Inadequate irrigation facilities prevailed in the pre-Kakatiya period. Furthermore, cultivable land was limited in extent. Tending to the agricultural exigencies, Kakatiyas embarked upon the endeavours of construction of tanks and other water bodies in their territory. Divine prosperity has been attributed to the construction of tanks. In fact, it is considered as one of the seven acts of merit (Sapta santanamulu). The Kakatiya dynasty constructed 46,531 water bodies, out of which 5000 are inter-linked chain tanks.  Epigraphs of the Kakatiya regime refer to more than 38 tanks of significant size that catered to the irrigation needs of thousands of acres and supplied water via artificial channels.  The water bodies catered to the needs of drinking and domestic water demands of people, as well. Sustainability was one of the primary attributes of the design of irrigation systems that were in harmony with the natural environment, with a due diligence to the ecological balance.

The geographic area ruled by Kakatiyas is home to perineal rivers like Godavari and Krishna and their tributaries videlicet, Penganga, Kadem, Swarna, Maneru, Pranahita, Vaira, Kinnerasani, Paleru, Munneru, Aakaeru, and Dindi. All these river flow at lower height, where as the agricultural lands are situated at greater elevation of 200 to 650 meters above sea level. Utilisation of the river waters for agricultural purposes was hence not a viable option. Kakatiya kings recognized that the region is semi-arid and canal irrigation systems are quite incongruous, an account of its geographical location regardless of flowing of two perineal rivers Krishna and Godavari through its heartland. The rulers not only identified this challenge, but deciphered it by adopting Tank irrigation. The topography and rainfall pattern in the region make tank irrigation ideal for storing and regulating water flow for agricultural use.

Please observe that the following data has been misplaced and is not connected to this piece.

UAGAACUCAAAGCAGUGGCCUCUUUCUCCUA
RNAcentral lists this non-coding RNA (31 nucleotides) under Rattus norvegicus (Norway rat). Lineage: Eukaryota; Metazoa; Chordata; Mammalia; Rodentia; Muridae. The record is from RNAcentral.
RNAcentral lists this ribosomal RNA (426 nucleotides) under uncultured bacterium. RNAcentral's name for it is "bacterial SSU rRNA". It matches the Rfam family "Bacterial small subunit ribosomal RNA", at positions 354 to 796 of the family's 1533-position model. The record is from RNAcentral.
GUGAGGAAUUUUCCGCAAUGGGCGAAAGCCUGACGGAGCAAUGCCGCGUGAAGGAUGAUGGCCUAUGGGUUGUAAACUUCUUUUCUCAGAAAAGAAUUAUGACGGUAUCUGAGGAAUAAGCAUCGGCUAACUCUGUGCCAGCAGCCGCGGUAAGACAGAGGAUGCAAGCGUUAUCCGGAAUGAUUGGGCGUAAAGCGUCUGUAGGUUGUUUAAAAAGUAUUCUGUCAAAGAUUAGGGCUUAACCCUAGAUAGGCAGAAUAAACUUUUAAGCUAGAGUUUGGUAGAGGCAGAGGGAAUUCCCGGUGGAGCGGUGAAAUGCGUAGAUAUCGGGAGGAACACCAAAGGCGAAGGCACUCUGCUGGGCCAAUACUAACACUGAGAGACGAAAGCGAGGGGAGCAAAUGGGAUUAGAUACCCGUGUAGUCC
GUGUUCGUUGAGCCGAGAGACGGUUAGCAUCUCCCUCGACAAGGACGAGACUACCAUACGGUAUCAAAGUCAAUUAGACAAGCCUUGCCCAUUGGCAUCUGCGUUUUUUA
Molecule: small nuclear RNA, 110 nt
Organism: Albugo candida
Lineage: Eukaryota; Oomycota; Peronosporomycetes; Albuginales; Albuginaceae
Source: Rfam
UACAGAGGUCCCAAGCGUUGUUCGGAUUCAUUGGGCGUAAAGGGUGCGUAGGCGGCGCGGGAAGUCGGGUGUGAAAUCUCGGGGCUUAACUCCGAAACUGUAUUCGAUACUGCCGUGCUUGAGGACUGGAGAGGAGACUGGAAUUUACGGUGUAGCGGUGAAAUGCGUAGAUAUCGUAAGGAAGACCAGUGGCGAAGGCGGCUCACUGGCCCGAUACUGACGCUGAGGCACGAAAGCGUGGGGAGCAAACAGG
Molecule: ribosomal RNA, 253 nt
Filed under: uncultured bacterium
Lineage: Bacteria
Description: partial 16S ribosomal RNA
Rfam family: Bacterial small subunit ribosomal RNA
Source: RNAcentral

Construction of tank adjoining a temple was the hallmark of Kakatiyas. Among all tanks, the Ramappa (adjacent to the famous Ramappa temple) and the Pakala lakes are particularly noteworthy due to their size. Tanks were not just confined to certain localities, but dispersed throughout the Kakatiya kingdom. This led to consistency in the expansion of agriculture and parity in the country’s prosperity across the regions. The Kakatiya rulers constructed the Ghanapuram tank, presently knowns as the Mulug Ghanpur water tank, with an extent of 1,620 hectares, capacity of 1,430 million cubic feet (mcft) storage and yield of the basin being 602 mcft.  The Ghanpur Reservoir earth dam, linking the Ghanpur and Rajavaram (near Warangal) tanks has been upgraded recently. With an enhanced capacity of 1.5 trillion cubic metres, the dam is 8.06 km in length and 15 metres in height. It is fascinating to know that the rice harvested under this tank is known for its special and distinctive taste.

Tanks with suffixes such as teruvu, ceruvu and samudra have been mentioned in the inscriptions. Few such instances being Kesari-samudra, Udaya-samudra, Coda-samudra, Malla-samudra, Visvanatha-samudra, Lakshmi-samudra, Rama-samudra, Lingagiri-ceruvu, Samisetti-ceruvu. Kannada words kereya and kere, which are equivalent to a village tank, are also stated in the inscriptions. In the village under the Kakatiya rule, the number of tanks built was according to the extent of its arable land. Tanks were built and maintained at the expense of local villagers. The king offered the necessary support to the villagers for the construction of the tanks, though. Control and maintenance of the irrigation (like desilting) was carried out by local or state bodies. Construction of teruvu, ceruvu (tanks of small extent), which was the most prudent strategy suitable for the topography, rainfall and soil conditions of the area. As and when the conditions permit and the water demand necessitate, samudras or big tanks were built. To leverage the irrigation needs, the tanks were inter-linked to form an intricate chain system. Canals and wells were built on a need basis, ensuring the best possible irrigation means to the arable lands. The water management policies and methodologies were scientific to the core.

Numerous inscriptions which depict the instances of well irrigation in the Kakatiya period are available. A Gunduru inscription records to the construction of a well by a Malla. Another inscription (1162A.D) mentions the construction of a well by Malyala Kata. Several mechanisms which employ either bullock- power or man-power, utilised to lift water from the wells were revealed in the inscriptions. Use of etam, a pulley specifically used for water-lifting was referenced in the Hanmakonda inscription. Women were actively involved in the construction and maintenance of water bodies during Kakatiya regime. The role of women in the development of irrigation is revealed by epigraphs which mention water bodies named after women, Rudrama-Kaluva, Kuppamma-Kaluva, Vengamma-Cheruvu and Prolakamma-Kaluva.